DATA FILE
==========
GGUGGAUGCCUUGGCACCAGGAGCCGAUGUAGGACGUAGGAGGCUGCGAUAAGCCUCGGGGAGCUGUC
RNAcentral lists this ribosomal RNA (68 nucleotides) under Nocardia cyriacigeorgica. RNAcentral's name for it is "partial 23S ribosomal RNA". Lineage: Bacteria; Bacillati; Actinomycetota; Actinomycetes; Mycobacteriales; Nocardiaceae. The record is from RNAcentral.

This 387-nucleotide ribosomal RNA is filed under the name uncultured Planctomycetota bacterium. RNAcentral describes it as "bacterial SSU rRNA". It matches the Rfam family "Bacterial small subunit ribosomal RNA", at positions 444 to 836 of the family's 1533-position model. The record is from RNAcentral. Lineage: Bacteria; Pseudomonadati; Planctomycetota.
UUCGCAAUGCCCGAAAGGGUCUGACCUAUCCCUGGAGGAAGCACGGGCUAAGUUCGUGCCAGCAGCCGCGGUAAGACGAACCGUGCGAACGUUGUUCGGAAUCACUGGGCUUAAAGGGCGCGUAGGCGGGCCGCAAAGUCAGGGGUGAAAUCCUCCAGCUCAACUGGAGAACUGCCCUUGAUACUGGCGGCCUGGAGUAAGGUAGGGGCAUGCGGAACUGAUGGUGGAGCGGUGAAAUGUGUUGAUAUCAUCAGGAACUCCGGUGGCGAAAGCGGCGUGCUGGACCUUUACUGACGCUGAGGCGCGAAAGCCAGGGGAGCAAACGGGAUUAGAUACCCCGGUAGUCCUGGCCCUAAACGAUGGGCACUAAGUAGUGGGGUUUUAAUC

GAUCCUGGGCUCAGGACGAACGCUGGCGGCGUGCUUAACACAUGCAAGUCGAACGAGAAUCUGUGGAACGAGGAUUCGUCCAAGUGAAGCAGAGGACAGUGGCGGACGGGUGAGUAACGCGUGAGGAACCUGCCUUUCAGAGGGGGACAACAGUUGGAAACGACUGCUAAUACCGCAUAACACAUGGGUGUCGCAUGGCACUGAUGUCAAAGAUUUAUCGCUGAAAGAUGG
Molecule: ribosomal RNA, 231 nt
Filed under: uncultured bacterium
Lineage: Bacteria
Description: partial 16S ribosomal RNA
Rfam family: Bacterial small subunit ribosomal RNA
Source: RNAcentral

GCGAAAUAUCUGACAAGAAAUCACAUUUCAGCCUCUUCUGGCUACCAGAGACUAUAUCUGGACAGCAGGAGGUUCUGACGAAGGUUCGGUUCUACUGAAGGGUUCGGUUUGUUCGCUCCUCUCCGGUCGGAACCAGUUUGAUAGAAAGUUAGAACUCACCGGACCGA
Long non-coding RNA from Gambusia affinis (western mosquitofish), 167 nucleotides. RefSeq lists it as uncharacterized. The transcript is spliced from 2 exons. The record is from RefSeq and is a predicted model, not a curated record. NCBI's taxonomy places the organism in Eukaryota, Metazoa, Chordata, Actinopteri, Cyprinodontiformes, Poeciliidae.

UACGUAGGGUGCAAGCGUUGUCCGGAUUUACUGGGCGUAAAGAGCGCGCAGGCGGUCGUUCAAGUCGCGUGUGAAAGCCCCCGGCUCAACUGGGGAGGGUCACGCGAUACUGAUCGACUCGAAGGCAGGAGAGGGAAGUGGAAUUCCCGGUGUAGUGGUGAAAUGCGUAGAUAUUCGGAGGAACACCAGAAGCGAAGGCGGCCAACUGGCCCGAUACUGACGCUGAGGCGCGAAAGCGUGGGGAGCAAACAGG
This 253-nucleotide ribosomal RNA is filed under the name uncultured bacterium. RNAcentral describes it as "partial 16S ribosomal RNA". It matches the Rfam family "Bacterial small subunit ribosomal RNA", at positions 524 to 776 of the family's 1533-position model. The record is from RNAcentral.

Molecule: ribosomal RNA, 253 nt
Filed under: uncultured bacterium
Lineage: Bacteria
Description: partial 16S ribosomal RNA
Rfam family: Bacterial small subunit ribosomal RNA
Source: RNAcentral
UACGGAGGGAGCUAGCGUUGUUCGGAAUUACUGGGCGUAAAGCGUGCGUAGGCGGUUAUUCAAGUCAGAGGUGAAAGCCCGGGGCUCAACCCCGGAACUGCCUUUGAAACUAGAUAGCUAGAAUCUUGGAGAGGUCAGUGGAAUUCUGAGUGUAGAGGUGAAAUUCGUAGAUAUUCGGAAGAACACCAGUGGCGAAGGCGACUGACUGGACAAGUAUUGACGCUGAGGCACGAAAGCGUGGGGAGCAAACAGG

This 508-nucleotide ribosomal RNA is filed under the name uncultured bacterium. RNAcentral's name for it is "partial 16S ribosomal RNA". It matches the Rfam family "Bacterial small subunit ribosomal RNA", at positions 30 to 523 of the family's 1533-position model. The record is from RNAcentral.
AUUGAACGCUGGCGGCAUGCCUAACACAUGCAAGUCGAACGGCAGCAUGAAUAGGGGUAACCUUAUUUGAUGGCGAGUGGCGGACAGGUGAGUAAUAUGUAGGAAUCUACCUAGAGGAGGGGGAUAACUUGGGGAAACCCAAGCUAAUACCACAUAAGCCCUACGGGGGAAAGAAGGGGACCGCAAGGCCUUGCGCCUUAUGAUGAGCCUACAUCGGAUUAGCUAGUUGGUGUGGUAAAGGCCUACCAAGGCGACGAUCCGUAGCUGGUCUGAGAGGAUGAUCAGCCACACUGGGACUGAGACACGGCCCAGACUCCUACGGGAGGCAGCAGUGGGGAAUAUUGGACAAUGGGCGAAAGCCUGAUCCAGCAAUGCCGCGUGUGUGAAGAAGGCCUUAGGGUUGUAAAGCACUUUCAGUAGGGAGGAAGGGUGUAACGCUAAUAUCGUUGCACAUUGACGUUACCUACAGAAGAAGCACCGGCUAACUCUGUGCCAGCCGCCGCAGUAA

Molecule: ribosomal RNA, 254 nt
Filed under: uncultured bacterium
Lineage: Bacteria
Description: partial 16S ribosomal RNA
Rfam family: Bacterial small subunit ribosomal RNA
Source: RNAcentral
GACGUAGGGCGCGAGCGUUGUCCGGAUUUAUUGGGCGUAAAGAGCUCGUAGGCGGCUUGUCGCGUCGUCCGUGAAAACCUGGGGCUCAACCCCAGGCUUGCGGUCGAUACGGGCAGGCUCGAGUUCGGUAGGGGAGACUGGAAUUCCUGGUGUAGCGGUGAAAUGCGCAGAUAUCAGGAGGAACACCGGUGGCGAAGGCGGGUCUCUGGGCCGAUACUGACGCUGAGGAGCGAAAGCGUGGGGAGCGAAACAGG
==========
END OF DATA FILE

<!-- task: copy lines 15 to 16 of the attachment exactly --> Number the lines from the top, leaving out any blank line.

This 253-nucleotide ribosomal RNA is filed under the name uncultured bacterium. RNAcentral describes it as "partial 16S ribosomal RNA". It matches the Rfam family "Bacterial small subunit ribosomal RNA", at positions 524 to 776 of the family's 1533-position model. The record is from RNAcentral.

Molecule: ribosomal RNA, 253 nt